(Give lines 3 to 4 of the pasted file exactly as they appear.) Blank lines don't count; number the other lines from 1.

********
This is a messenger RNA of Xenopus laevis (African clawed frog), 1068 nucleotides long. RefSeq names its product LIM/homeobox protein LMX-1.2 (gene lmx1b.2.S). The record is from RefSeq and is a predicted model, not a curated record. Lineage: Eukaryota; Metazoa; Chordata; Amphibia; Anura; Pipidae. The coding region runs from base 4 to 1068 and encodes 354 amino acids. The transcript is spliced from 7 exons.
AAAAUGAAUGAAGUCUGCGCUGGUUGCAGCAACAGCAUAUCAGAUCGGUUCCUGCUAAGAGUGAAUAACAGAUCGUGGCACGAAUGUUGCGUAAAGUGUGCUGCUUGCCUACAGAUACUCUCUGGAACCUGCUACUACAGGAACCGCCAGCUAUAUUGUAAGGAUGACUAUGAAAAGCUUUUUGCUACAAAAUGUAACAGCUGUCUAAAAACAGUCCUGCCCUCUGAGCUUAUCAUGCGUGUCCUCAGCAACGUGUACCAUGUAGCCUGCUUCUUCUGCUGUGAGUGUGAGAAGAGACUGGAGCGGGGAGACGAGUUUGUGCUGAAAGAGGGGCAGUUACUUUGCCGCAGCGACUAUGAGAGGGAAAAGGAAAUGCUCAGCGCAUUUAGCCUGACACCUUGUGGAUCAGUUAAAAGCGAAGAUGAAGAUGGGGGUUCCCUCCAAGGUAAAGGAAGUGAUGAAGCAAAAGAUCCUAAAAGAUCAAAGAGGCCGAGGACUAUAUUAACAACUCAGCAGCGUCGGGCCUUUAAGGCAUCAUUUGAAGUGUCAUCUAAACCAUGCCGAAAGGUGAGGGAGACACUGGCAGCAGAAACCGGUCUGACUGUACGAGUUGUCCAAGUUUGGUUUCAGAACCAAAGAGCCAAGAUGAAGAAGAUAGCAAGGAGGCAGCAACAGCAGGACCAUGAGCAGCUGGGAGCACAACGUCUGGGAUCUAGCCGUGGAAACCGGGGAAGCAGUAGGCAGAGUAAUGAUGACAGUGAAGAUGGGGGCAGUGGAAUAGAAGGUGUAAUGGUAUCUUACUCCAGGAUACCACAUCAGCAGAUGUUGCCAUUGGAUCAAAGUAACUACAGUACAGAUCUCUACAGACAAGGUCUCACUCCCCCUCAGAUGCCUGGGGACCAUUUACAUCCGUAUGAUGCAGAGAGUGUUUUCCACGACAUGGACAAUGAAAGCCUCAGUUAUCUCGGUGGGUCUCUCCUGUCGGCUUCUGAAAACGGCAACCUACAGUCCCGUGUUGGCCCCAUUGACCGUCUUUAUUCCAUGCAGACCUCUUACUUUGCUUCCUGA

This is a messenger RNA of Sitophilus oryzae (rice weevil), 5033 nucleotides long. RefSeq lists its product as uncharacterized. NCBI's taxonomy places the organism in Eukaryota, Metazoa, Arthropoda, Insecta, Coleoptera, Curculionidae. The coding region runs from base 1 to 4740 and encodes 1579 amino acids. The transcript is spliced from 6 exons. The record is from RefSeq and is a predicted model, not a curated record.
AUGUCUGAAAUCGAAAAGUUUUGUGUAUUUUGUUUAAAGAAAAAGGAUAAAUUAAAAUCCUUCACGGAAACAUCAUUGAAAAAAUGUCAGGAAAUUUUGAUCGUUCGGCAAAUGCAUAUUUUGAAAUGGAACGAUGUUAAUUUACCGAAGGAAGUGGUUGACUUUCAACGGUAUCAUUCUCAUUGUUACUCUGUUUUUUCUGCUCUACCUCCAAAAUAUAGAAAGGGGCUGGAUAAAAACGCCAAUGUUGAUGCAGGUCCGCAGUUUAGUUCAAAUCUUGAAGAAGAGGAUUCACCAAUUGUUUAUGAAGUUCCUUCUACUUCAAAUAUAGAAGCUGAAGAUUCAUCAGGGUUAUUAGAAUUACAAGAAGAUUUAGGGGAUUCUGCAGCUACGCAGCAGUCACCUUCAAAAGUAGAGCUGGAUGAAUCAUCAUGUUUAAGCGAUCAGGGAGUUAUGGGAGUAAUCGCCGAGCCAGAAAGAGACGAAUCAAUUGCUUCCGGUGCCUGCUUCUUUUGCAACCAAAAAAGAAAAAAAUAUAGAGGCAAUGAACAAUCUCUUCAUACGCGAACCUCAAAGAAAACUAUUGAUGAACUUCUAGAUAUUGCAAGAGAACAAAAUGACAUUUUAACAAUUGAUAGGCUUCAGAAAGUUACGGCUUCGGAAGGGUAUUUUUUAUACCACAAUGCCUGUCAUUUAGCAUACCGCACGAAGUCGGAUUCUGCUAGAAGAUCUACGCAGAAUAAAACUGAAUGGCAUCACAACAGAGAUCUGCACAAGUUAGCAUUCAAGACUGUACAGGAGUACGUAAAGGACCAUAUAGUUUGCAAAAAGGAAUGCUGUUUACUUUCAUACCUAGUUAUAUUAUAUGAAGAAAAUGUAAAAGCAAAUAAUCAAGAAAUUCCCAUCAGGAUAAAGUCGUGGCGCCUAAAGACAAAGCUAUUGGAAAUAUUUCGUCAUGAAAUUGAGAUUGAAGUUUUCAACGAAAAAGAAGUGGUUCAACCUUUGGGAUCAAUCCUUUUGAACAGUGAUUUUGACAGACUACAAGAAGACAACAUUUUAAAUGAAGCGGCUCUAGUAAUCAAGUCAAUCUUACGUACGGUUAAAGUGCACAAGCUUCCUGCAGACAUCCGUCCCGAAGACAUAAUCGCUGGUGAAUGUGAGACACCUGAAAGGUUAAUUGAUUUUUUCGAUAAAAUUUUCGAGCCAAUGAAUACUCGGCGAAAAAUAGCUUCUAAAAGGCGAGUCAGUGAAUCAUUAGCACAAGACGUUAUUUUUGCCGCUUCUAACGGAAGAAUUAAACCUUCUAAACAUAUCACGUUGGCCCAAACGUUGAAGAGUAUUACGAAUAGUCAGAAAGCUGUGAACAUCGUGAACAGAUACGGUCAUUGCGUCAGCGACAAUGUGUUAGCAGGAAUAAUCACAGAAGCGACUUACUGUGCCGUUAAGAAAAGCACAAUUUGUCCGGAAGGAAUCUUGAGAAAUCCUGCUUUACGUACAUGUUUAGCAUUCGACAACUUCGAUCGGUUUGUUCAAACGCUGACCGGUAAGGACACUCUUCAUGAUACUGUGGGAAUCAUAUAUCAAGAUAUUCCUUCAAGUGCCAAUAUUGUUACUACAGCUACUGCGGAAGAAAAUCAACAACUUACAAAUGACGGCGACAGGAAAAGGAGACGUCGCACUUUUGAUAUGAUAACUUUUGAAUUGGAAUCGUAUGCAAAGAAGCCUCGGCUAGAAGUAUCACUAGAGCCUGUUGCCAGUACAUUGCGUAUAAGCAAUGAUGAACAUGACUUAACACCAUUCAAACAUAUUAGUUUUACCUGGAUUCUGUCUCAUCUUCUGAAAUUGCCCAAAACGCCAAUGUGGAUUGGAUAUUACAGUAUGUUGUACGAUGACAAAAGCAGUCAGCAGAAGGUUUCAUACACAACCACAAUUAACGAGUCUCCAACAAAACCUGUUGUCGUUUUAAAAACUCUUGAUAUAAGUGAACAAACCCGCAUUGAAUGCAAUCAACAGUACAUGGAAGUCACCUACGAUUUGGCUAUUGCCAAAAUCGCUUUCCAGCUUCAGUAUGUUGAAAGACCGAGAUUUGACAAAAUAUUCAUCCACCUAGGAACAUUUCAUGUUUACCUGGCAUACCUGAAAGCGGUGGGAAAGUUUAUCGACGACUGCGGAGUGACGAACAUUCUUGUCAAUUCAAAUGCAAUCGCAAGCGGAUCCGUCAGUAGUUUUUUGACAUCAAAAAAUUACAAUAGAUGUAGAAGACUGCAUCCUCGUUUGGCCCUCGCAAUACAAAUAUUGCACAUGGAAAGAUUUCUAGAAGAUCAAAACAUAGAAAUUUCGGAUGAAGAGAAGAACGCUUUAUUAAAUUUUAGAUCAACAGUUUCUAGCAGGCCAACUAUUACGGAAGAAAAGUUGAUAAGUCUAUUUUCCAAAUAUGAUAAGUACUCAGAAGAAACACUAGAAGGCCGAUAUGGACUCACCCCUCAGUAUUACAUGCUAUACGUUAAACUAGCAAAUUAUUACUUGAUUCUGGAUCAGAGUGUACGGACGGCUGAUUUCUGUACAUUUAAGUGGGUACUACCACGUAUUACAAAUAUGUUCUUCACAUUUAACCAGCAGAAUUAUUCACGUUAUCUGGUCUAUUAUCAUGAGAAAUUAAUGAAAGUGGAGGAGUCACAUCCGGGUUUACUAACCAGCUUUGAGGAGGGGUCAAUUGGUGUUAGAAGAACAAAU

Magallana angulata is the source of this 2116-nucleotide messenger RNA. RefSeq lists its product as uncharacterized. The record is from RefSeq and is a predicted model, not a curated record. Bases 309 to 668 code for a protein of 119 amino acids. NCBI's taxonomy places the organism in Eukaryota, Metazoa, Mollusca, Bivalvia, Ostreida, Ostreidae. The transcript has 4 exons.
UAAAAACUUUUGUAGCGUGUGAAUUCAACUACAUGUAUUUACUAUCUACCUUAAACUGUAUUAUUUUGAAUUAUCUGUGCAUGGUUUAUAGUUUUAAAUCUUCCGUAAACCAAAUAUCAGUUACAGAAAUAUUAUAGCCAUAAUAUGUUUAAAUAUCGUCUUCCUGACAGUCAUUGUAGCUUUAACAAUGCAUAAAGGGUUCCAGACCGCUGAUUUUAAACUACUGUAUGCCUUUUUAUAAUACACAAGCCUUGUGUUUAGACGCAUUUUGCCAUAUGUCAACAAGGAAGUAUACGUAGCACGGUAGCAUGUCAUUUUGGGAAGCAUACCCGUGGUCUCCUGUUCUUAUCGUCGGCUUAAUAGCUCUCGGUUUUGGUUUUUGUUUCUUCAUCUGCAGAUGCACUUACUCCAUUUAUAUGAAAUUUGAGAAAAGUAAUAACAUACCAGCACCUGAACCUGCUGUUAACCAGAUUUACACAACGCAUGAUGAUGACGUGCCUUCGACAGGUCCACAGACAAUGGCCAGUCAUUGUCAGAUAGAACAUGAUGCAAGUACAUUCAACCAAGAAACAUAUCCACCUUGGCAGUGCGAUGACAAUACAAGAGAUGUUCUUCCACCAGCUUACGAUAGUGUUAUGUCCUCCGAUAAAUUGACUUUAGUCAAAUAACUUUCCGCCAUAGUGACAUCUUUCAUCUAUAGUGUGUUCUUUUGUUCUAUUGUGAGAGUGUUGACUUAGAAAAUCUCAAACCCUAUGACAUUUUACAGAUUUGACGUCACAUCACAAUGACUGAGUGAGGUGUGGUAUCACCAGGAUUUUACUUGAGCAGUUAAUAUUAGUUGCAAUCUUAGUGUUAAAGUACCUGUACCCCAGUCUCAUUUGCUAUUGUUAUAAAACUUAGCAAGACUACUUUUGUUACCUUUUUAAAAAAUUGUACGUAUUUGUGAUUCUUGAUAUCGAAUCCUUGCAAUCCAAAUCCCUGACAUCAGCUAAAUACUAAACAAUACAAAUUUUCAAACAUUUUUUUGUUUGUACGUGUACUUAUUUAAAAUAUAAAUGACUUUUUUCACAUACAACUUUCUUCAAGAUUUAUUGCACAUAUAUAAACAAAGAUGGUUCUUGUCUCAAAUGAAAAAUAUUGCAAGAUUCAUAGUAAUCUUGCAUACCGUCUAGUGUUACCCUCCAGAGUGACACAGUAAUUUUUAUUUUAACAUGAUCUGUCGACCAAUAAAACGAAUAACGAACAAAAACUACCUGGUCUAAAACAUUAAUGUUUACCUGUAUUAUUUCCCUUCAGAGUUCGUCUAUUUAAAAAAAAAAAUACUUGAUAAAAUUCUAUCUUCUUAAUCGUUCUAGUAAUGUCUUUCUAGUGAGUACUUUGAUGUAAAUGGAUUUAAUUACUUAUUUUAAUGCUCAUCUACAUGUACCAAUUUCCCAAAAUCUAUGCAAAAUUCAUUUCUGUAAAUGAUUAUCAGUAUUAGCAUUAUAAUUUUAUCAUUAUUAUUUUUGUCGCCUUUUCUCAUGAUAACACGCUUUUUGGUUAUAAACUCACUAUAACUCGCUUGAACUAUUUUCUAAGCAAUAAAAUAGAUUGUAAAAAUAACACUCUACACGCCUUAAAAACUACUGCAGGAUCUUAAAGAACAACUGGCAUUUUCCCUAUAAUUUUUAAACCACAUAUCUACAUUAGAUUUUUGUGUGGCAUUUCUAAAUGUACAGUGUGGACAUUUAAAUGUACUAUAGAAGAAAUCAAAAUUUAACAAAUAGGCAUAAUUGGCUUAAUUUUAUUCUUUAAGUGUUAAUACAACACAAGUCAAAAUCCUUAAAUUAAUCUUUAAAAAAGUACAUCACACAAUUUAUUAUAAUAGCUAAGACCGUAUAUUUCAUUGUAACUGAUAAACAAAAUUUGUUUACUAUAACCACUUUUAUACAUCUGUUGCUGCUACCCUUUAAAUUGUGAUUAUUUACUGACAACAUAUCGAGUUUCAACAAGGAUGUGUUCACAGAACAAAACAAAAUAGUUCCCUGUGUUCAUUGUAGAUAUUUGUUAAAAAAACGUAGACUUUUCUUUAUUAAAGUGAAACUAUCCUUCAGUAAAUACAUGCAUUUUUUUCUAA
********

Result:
This is a messenger RNA of Sitophilus oryzae (rice weevil), 5033 nucleotides long. RefSeq lists its product as uncharacterized. NCBI's taxonomy places the organism in Eukaryota, Metazoa, Arthropoda, Insecta, Coleoptera, Curculionidae. The coding region runs from base 1 to 4740 and encodes 1579 amino acids. The transcript is spliced from 6 exons. The record is from RefSeq and is a predicted model, not a curated record.
AUGUCUGAAAUCGAAAAGUUUUGUGUAUUUUGUUUAAAGAAAAAGGAUAAAUUAAAAUCCUUCACGGAAACAUCAUUGAAAAAAUGUCAGGAAAUUUUGAUCGUUCGGCAAAUGCAUAUUUUGAAAUGGAACGAUGUUAAUUUACCGAAGGAAGUGGUUGACUUUCAACGGUAUCAUUCUCAUUGUUACUCUGUUUUUUCUGCUCUACCUCCAAAAUAUAGAAAGGGGCUGGAUAAAAACGCCAAUGUUGAUGCAGGUCCGCAGUUUAGUUCAAAUCUUGAAGAAGAGGAUUCACCAAUUGUUUAUGAAGUUCCUUCUACUUCAAAUAUAGAAGCUGAAGAUUCAUCAGGGUUAUUAGAAUUACAAGAAGAUUUAGGGGAUUCUGCAGCUACGCAGCAGUCACCUUCAAAAGUAGAGCUGGAUGAAUCAUCAUGUUUAAGCGAUCAGGGAGUUAUGGGAGUAAUCGCCGAGCCAGAAAGAGACGAAUCAAUUGCUUCCGGUGCCUGCUUCUUUUGCAACCAAAAAAGAAAAAAAUAUAGAGGCAAUGAACAAUCUCUUCAUACGCGAACCUCAAAGAAAACUAUUGAUGAACUUCUAGAUAUUGCAAGAGAACAAAAUGACAUUUUAACAAUUGAUAGGCUUCAGAAAGUUACGGCUUCGGAAGGGUAUUUUUUAUACCACAAUGCCUGUCAUUUAGCAUACCGCACGAAGUCGGAUUCUGCUAGAAGAUCUACGCAGAAUAAAACUGAAUGGCAUCACAACAGAGAUCUGCACAAGUUAGCAUUCAAGACUGUACAGGAGUACGUAAAGGACCAUAUAGUUUGCAAAAAGGAAUGCUGUUUACUUUCAUACCUAGUUAUAUUAUAUGAAGAAAAUGUAAAAGCAAAUAAUCAAGAAAUUCCCAUCAGGAUAAAGUCGUGGCGCCUAAAGACAAAGCUAUUGGAAAUAUUUCGUCAUGAAAUUGAGAUUGAAGUUUUCAACGAAAAAGAAGUGGUUCAACCUUUGGGAUCAAUCCUUUUGAACAGUGAUUUUGACAGACUACAAGAAGACAACAUUUUAAAUGAAGCGGCUCUAGUAAUCAAGUCAAUCUUACGUACGGUUAAAGUGCACAAGCUUCCUGCAGACAUCCGUCCCGAAGACAUAAUCGCUGGUGAAUGUGAGACACCUGAAAGGUUAAUUGAUUUUUUCGAUAAAAUUUUCGAGCCAAUGAAUACUCGGCGAAAAAUAGCUUCUAAAAGGCGAGUCAGUGAAUCAUUAGCACAAGACGUUAUUUUUGCCGCUUCUAACGGAAGAAUUAAACCUUCUAAACAUAUCACGUUGGCCCAAACGUUGAAGAGUAUUACGAAUAGUCAGAAAGCUGUGAACAUCGUGAACAGAUACGGUCAUUGCGUCAGCGACAAUGUGUUAGCAGGAAUAAUCACAGAAGCGACUUACUGUGCCGUUAAGAAAAGCACAAUUUGUCCGGAAGGAAUCUUGAGAAAUCCUGCUUUACGUACAUGUUUAGCAUUCGACAACUUCGAUCGGUUUGUUCAAACGCUGACCGGUAAGGACACUCUUCAUGAUACUGUGGGAAUCAUAUAUCAAGAUAUUCCUUCAAGUGCCAAUAUUGUUACUACAGCUACUGCGGAAGAAAAUCAACAACUUACAAAUGACGGCGACAGGAAAAGGAGACGUCGCACUUUUGAUAUGAUAACUUUUGAAUUGGAAUCGUAUGCAAAGAAGCCUCGGCUAGAAGUAUCACUAGAGCCUGUUGCCAGUACAUUGCGUAUAAGCAAUGAUGAACAUGACUUAACACCAUUCAAACAUAUUAGUUUUACCUGGAUUCUGUCUCAUCUUCUGAAAUUGCCCAAAACGCCAAUGUGGAUUGGAUAUUACAGUAUGUUGUACGAUGACAAAAGCAGUCAGCAGAAGGUUUCAUACACAACCACAAUUAACGAGUCUCCAACAAAACCUGUUGUCGUUUUAAAAACUCUUGAUAUAAGUGAACAAACCCGCAUUGAAUGCAAUCAACAGUACAUGGAAGUCACCUACGAUUUGGCUAUUGCCAAAAUCGCUUUCCAGCUUCAGUAUGUUGAAAGACCGAGAUUUGACAAAAUAUUCAUCCACCUAGGAACAUUUCAUGUUUACCUGGCAUACCUGAAAGCGGUGGGAAAGUUUAUCGACGACUGCGGAGUGACGAACAUUCUUGUCAAUUCAAAUGCAAUCGCAAGCGGAUCCGUCAGUAGUUUUUUGACAUCAAAAAAUUACAAUAGAUGUAGAAGACUGCAUCCUCGUUUGGCCCUCGCAAUACAAAUAUUGCACAUGGAAAGAUUUCUAGAAGAUCAAAACAUAGAAAUUUCGGAUGAAGAGAAGAACGCUUUAUUAAAUUUUAGAUCAACAGUUUCUAGCAGGCCAACUAUUACGGAAGAAAAGUUGAUAAGUCUAUUUUCCAAAUAUGAUAAGUACUCAGAAGAAACACUAGAAGGCCGAUAUGGACUCACCCCUCAGUAUUACAUGCUAUACGUUAAACUAGCAAAUUAUUACUUGAUUCUGGAUCAGAGUGUACGGACGGCUGAUUUCUGUACAUUUAAGUGGGUACUACCACGUAUUACAAAUAUGUUCUUCACAUUUAACCAGCAGAAUUAUUCACGUUAUCUGGUCUAUUAUCAUGAGAAAUUAAUGAAAGUGGAGGAGUCACAUCCGGGUUUACUAACCAGCUUUGAGGAGGGGUCAAUUGGUGUUAGAAGAACAAAU